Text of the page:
While filling up my gas tank at our local Costco last week I coudn’t resist capturing this photo of pump signage to ask our dear readers a few pointed questions:

Is there any doubt that the automobile depicted in the Costco advertisement is a Corvette Stingray? If so, HiConsumption should resolve any lingering questions.

How

Twitter seems to be going strong, despite early questions about whether it would ever shed the notion of being a waste of time, as evidenced by this currently running billboard ad:

To the extent this billboard looks familiar (admittedly a more diminutive glass here), you might recall my questions about it three years ago: Marketing

Brand owners and managers may wonder, is a trademark license required when another’s unregistered color scheme is used? Depending on the facts, it may very well be.

About four years ago brand owners scored a major victory in LSU v. Smack Apparel, when the Fifth Circuit Court of Appeals agreed to the existence and

Absorbing all the television commercials in between football action on the field can be as much fun on Super Bowl Sunday as the actual game itself, at least for trademark and marketing types, especially when your favorite team isn’t even on the field.

One of my personal favorites from this past weekend’s Super

So, tomorrow is the big day, the big game, or whatever else other intimidated advertisers might call it. I just want to find the best deal on a flat screen television today!

But, more to Mike Masnick’s point on Techdirt about the NFL’s reputation as a “trademark bully,” and his challenge to

Guys and gals on the street waiving orange flags aren’t the only parking lot lures in Twins Territory:

We’ve talked before about how some of those doing business or advertising in close proximity to Minneapolis’ brand new Target Field — home to the Minnesota Twins — appear to see advantage in using the Twins name (and now

We’ve talked a lot about the nominative fair use of trademarks.

Remember the Cars.com billboard that used the Minnesota Twins name as brand bait?

We had some discussion in the comments, where I said this about the Cars.com ad:

Although the billboard doesn’t use the Twins script or logo, I still believe the

The newest fare at the Minnesota State Fair is not Camel-on-a-Stick, Buffalo-on-a-Stick, or any other kind of Food-on-a-Stick, but rather, Trademark-on-a-Stick.

Earlier this week, the Minnesota State Fair (owned and operated by the Minnesota State Agricultural Society, a Minnesota State Agency) was hot to skewer the unauthorized use of its nearly three-decade-old and more recently trademarked logo, by incumbent Republican U.S. Congresswoman Michele Bachmann, in a political ad targeting DFL challenger Tarryl Clark’s record on tax policy.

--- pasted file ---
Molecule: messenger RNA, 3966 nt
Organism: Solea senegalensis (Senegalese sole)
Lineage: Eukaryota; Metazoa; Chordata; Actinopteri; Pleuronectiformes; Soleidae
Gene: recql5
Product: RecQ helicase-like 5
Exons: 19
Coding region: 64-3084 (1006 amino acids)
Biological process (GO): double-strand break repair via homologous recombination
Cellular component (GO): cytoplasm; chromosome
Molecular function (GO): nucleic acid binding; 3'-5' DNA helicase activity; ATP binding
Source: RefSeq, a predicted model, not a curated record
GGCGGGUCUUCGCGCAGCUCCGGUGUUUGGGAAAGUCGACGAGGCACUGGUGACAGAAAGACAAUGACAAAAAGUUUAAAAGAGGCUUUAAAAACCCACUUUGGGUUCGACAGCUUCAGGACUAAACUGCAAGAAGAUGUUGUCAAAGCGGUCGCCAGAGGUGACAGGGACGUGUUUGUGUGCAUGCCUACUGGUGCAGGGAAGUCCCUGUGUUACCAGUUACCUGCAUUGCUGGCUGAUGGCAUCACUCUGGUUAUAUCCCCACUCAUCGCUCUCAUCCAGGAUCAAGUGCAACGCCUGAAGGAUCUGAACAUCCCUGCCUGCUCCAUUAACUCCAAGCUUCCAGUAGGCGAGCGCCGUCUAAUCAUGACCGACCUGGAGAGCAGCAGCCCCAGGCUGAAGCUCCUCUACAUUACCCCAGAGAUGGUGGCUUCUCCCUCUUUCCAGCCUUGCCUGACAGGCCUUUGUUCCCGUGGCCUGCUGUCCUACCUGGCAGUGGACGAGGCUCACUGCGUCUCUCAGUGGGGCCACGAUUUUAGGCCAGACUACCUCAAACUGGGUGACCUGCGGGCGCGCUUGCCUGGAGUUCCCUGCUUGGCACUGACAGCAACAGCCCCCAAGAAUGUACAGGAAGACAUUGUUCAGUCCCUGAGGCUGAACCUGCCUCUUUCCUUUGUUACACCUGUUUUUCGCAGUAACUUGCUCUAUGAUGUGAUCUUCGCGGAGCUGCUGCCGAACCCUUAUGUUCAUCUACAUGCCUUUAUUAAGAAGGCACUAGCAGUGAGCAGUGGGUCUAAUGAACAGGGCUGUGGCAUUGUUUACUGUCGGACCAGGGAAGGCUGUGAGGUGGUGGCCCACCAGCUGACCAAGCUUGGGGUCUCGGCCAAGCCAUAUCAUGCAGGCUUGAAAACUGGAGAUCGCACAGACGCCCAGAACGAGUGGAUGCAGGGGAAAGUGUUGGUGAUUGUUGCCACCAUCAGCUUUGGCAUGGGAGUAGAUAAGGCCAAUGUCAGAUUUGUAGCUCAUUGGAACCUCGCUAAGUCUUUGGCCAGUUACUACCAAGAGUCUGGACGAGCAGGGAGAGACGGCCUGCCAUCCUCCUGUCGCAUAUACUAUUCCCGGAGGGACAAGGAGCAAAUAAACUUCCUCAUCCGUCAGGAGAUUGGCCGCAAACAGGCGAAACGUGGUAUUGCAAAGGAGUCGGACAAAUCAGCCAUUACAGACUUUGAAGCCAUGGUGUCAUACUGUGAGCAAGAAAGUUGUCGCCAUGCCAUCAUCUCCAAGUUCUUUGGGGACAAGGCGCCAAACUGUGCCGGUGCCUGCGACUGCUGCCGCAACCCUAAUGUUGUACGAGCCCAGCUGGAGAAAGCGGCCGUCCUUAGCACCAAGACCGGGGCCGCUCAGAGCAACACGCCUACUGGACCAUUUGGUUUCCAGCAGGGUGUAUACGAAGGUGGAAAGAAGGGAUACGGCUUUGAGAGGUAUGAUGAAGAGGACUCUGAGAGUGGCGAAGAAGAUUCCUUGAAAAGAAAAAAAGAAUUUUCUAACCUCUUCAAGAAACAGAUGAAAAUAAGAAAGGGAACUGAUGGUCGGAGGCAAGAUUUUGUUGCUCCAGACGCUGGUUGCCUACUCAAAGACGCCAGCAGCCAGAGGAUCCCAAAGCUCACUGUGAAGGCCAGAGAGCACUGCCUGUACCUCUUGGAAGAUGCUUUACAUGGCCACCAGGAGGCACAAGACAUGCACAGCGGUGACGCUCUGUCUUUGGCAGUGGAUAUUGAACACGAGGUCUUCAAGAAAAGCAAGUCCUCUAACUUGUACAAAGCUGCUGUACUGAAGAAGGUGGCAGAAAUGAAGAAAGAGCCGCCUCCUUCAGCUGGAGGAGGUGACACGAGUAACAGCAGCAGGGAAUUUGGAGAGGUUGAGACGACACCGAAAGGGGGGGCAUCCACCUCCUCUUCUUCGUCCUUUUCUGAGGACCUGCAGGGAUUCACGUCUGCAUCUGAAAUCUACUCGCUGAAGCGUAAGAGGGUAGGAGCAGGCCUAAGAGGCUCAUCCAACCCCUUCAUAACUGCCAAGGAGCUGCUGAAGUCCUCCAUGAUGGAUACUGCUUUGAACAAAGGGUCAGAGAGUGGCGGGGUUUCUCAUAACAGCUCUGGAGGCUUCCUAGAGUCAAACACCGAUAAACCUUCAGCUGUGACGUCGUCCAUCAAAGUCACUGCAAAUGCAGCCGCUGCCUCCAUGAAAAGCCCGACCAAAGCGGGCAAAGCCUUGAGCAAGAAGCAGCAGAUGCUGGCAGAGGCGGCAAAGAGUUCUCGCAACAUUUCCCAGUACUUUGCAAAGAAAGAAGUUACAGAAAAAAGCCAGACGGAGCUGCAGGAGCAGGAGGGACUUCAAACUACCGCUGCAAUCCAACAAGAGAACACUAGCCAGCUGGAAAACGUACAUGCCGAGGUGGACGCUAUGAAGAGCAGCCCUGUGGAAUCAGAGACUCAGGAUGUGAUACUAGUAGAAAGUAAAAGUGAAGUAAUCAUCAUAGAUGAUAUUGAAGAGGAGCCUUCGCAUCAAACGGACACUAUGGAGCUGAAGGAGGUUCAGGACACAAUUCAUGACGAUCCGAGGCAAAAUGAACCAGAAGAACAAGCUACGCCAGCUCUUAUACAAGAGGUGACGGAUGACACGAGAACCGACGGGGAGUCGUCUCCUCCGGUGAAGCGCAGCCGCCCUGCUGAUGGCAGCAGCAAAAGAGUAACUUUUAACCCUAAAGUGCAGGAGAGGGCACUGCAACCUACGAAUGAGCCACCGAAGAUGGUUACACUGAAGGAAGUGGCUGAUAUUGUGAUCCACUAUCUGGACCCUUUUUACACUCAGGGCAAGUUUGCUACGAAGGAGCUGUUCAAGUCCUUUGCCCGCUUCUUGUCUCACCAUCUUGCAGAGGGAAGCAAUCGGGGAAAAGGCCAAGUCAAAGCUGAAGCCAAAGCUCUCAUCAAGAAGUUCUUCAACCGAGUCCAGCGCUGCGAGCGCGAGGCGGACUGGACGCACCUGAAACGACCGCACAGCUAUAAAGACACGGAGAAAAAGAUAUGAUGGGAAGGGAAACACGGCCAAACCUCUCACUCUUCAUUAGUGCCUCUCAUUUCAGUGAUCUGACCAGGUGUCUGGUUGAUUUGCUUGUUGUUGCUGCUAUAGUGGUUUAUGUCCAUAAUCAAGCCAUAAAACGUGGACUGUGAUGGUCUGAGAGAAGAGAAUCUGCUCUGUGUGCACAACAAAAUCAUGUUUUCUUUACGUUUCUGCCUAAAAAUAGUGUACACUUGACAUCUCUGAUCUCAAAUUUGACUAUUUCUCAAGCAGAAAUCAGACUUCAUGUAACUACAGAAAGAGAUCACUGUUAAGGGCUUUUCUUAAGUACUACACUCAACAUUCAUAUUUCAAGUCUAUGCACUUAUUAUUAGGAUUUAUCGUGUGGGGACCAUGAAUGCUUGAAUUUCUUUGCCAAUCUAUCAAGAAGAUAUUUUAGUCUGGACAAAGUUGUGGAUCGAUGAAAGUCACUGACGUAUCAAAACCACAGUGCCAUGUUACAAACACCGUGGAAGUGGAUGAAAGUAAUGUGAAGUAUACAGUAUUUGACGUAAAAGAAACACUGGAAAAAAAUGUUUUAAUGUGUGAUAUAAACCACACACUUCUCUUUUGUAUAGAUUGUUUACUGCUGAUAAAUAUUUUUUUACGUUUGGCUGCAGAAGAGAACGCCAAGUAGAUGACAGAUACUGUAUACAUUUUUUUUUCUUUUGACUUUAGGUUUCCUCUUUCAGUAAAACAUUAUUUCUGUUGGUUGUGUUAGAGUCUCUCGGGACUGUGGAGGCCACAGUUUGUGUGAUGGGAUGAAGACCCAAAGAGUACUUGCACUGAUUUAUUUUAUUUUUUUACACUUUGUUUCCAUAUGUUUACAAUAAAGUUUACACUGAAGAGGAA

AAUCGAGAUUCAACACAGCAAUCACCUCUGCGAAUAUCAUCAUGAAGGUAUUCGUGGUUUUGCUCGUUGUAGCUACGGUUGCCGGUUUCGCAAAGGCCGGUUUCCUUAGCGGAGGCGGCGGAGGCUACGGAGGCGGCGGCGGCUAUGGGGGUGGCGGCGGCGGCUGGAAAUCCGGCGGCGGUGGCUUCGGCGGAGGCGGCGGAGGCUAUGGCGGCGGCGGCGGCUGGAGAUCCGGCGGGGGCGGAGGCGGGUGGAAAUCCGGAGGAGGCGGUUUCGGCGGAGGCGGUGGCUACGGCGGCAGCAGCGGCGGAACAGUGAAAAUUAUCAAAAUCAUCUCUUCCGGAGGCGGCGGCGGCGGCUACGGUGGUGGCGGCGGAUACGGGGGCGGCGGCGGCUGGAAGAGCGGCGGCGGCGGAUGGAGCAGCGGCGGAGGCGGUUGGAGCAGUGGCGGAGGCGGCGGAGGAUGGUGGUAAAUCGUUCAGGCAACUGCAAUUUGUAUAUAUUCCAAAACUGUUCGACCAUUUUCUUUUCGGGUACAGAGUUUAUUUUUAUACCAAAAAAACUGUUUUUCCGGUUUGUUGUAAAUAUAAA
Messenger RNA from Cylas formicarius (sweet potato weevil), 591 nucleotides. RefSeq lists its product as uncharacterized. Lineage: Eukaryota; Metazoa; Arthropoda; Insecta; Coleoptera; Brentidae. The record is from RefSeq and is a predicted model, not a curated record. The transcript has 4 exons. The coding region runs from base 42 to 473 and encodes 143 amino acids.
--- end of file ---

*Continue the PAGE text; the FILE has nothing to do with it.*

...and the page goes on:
This trademark objection has generated quite a bit of publicity, with coverage being reporting by MinnPost, The Minnesota Independent, the New York Times (blog), Politics Daily, MPR News, TPM, and Politico. The Bachmann ad referenced the MN State Fair and used its official logo while suggesting that Clark has voted to increase taxes on what foodies covet at the fair, including their favorite corn dogs, deep fried bacon, and beer.

Central in the debate over the lawfulness of the Bachmann campaign’s use of the logo is a question we have pondered on DuetsBlog before (e.g., here, here, and here), namely, whether the use of another’s logo crosses the legal line and is likely to cause confusion as to sponsorship, affiliation, approval, or endorsement, or whether it may constitute lawful nominative fair use. So, it should be no surprise to readers of DuetsBlog, that in the end, it is consumer understanding of the use in the ad that controls whether or not it is lawful.

The Minnesota State Fair’s objection certainly is not frivolous and is rooted in a common and traditional trademark concern over likelihood of confusion. Bachmann for Congress political ads begin with the statement: "I am Michele Bachmann and I approve this message." According to Minnesota State Fair officials, Bachmann’s use of the above Minnesota State Fair logo is likely to lead viewers to incorrectly believe that the Minnesota State Fair approves Congresswoman Bachmann’s message or has endorsed her campaign. What do you think, is that what viewers will believe?